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ORIGINAL ARTICLE
Year : 2019  |  Volume : 22  |  Issue : 10  |  Page : 1408-1411

Treatment of primary hepatic carcinoma through ultrasound-guided microwave ablation


1 Department of Ultrasonic, Xi'an Children's Hospital, Xi'an, Shaanxi, China
2 Department of Ultrasonic, Xijing Hospital of Air Force Medical University, Xi'an, Shaanxi, China

Date of Acceptance31-May-2019
Date of Web Publication14-Oct-2019

Correspondence Address:
Dr. X D Zhou
Department of Ultrasonic, Xijing Hospital of Air Force Medical University, Xi'an, Shaanxi
China
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Source of Support: None, Conflict of Interest: None


DOI: 10.4103/njcp.njcp_368_18

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   Abstract 


Objective: To study the clinical effect of ultrasound-guided microwave ablation on primary hepatic carcinoma. Method: The subjects comprised 94 patients with primary hepatic carcinoma who were admitted to our hospital between August 2014 and November 2016. They were divided into two groups in accordance with a random-number table. The control (n = 47) and study (n = 47) groups received conventional surgical excision and ultrasound-guided microwave ablation, respectively. The operation duration, clinical effect, complication occurrence rates, and hepatic functions of the two groups were compared. Results: The control group exhibited longer duration of operation and length of stay but significantly lower quantities of intraoperative bleeding and blood transfusion (P < 0.05) than the study group. The study group demonstrated significantly higher (P < 0.05) effective rate of treatment but significantly lower (P < 0.05) occurrence rate of complications than the control group. The study group exhibited significantly higher (P < 0.05) albumin and total bilirubin levels but significantly lower alanine aminotransferase and aspartate transaminase levels than the control group. No difference was observed in prothrombin time between the two groups (P > 0.05). Conclusion: Ultrasound-guided microwave ablation treatment offers the advantages of minor injury and low complication occurrence rates. Moreover, it is associated with faster postoperative recovery and improved hepatic function. Thus, it is worthy as a clinical option and must be promoted and applied.

Keywords: Microwave ablation, primary hepatic carcinoma, ultrasound guidance


How to cite this article:
Fang L, Meng X, Luo W, Zhou X D. Treatment of primary hepatic carcinoma through ultrasound-guided microwave ablation. Niger J Clin Pract 2019;22:1408-11

How to cite this URL:
Fang L, Meng X, Luo W, Zhou X D. Treatment of primary hepatic carcinoma through ultrasound-guided microwave ablation. Niger J Clin Pract [serial online] 2019 [cited 2019 Nov 15];22:1408-11. Available from: http://www.njcponline.com/text.asp?2019/22/10/1408/269016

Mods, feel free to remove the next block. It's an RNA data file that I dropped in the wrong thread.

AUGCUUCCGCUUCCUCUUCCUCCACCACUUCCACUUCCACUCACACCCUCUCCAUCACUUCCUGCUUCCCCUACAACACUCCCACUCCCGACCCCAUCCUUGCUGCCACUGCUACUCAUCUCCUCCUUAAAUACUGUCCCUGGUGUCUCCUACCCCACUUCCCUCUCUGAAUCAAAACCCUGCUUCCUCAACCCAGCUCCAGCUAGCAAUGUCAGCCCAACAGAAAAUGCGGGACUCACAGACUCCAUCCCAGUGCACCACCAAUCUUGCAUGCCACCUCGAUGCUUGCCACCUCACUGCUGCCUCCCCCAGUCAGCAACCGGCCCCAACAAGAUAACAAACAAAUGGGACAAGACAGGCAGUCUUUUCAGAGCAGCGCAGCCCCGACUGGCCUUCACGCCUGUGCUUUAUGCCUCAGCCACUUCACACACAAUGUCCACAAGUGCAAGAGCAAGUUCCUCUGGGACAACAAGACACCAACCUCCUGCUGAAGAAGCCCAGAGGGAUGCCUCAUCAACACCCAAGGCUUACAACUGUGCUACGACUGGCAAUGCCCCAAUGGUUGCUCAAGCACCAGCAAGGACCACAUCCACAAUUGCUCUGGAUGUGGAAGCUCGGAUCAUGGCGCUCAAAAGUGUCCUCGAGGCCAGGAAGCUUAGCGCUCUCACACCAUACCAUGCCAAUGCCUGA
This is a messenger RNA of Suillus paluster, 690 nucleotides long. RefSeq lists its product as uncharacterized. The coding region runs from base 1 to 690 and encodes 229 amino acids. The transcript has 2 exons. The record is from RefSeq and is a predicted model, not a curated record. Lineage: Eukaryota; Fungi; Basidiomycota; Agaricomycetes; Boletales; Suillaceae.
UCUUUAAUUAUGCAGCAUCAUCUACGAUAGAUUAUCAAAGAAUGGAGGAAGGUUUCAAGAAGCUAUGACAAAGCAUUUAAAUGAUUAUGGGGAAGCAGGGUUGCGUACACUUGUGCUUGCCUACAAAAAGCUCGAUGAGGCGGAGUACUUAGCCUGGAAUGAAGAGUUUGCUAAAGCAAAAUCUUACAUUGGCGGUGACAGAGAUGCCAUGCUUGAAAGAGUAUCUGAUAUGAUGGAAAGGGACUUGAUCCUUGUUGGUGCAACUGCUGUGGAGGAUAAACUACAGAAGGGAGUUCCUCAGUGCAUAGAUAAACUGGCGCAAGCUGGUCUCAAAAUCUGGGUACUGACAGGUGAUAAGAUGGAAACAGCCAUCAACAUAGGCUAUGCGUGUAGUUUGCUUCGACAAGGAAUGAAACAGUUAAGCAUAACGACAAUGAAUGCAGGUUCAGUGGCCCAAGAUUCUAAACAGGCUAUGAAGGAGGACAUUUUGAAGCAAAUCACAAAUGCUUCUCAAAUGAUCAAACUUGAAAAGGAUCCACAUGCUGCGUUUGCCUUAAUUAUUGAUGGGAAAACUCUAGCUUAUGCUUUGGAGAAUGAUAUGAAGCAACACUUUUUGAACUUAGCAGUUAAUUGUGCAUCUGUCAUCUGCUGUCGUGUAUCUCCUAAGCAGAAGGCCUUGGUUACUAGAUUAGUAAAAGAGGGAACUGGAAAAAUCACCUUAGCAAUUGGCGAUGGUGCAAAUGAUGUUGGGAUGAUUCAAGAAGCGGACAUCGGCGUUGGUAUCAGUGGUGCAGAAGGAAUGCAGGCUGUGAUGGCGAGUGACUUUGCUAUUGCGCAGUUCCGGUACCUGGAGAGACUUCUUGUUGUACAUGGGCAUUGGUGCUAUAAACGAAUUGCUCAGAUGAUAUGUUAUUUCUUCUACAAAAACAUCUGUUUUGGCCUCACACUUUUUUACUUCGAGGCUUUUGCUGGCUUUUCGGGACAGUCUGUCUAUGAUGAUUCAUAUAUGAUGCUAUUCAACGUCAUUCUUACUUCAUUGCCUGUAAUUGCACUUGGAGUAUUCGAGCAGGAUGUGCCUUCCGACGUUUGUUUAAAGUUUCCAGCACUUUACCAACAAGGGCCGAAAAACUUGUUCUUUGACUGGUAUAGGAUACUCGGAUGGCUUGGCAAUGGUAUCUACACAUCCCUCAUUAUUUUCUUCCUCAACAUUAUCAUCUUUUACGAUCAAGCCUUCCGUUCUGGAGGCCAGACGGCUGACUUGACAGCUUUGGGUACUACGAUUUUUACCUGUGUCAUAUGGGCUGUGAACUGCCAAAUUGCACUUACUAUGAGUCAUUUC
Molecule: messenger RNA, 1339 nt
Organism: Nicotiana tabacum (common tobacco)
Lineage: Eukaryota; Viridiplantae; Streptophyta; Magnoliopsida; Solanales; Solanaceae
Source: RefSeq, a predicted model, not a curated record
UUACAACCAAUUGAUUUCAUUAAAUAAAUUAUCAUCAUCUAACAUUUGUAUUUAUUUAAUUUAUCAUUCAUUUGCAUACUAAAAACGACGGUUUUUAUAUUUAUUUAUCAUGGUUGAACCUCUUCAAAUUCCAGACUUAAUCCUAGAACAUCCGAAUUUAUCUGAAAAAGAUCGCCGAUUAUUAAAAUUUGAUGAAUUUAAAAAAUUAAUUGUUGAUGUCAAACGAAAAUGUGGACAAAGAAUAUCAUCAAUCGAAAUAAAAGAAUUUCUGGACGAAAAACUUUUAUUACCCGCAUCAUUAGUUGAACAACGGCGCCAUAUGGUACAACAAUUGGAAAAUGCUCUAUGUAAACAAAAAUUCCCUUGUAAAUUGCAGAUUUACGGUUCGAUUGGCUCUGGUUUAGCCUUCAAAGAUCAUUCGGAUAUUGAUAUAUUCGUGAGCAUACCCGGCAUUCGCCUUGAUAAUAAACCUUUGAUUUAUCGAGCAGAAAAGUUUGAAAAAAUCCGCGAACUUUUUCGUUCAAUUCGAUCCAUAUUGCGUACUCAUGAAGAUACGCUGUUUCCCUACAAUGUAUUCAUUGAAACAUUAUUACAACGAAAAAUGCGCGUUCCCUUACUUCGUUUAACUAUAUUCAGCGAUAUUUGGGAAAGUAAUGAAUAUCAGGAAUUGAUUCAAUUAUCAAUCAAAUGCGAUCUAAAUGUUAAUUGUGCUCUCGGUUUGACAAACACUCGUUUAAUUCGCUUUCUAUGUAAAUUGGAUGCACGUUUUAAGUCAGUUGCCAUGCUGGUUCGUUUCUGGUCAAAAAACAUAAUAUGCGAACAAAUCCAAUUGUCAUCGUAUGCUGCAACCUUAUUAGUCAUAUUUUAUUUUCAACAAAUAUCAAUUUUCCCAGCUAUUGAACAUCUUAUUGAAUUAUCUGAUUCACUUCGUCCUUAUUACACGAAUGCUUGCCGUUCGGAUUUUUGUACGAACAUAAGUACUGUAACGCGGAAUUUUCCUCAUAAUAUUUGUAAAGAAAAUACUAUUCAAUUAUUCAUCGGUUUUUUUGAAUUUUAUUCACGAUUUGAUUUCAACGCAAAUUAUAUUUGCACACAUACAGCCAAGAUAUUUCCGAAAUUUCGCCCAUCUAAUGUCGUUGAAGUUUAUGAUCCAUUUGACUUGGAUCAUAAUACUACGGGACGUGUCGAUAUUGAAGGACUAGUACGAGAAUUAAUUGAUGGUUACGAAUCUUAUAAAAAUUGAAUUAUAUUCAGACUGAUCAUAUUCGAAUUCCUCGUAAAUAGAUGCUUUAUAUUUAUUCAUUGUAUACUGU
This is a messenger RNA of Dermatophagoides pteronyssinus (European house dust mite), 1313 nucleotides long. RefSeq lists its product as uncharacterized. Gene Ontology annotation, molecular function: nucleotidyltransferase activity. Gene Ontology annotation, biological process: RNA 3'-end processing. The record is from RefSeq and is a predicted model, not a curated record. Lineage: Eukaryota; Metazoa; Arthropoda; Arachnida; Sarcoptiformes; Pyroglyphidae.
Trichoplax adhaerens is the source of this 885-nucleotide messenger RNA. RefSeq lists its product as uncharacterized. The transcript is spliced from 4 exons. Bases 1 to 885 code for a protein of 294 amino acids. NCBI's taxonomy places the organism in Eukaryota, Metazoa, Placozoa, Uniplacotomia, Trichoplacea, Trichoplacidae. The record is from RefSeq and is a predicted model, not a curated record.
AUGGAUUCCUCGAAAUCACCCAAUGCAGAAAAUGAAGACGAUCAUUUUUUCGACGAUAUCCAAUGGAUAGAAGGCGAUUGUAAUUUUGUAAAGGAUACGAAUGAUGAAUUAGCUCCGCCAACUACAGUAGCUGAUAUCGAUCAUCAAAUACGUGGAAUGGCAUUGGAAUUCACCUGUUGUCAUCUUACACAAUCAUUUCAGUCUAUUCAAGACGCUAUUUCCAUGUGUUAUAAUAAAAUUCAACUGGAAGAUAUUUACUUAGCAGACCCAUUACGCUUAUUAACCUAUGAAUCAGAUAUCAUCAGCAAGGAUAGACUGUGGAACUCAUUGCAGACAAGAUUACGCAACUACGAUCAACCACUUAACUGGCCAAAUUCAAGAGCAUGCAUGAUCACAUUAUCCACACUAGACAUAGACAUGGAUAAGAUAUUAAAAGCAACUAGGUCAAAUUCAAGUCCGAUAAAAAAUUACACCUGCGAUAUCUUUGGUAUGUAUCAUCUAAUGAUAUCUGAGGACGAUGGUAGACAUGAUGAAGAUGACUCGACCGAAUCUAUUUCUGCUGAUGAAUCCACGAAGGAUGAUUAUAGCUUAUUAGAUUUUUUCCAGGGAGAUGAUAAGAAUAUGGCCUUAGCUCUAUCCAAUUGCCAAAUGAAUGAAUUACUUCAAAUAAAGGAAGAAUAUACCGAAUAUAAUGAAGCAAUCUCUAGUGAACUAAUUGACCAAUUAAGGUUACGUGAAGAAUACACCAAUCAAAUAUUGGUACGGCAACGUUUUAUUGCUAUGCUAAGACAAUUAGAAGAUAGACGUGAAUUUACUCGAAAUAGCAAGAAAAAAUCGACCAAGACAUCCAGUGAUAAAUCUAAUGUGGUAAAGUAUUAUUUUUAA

Introduction Top


Primary hepatic carcinoma is a common malignancy that originates from the liver mesenchyme or epithelial tissues. It is associated with high morbidity rates and malignancy grades.[1] Its main clinical manifestations include emaciation, jaundice, abdominal edema, poor appetite, and fatigue. The pathogenesis of primary hepatic carcinoma has not been completely defined but is believed to be directly related to external environmental factors, such as chemical substances and ethyl alcohol, and internal factors, such as sex hormones.[2],[3] In addition, viral hepatitis is associated with the pathogenesis of this malignancy.

Surgical excision is the preferred method for the treatment of primary hepatic carcinoma. However, most patients are diagnosed with moderate- or advanced-stage primary hepatic carcinoma upon initial consultation.[4] At these stages, the window for obtaining the optimal therapeutic effect through surgical excision has been missed. The continuous perfection and development of medical technology have improved the therapeutic effects of radio frequency and microwave ablation.[5] Thus, these two methods have been extensively applied to treat primary hepatic carcinoma. The effectiveness of these methods is widely recognized by physicians and many patients. These methods exhibit superior therapeutic effect, limited trauma, and favorable repeatability. These techniques can be promoted as nonsurgical options for the treatment of primary hepatic carcinoma. In this study, we recruited 94 participants from patients with primary hepatic carcinoma who had been admitted to our hospital. We present the study details below.


   Subjects and Methods Top


A total of 94 patients with primary hepatic carcinoma who had been admitted to our hospital between August 2014 to November 2016 were selected as subjects on the basis of the following inclusion criteria: completely conformed to the relevant diagnostic criteria for primary hepatic carcinoma formulated by the hepatic surgery scientific group from the Chinese Medical Association; accepted treatment for the first time and without liver, kidney, heart, and brain diseases; with Child-Pugh grades of A or B for hepatic function; with complete clinical data and could accept follow-up visit after treatment; and approved by the medical ethics committee and provided a signed written informed consent form.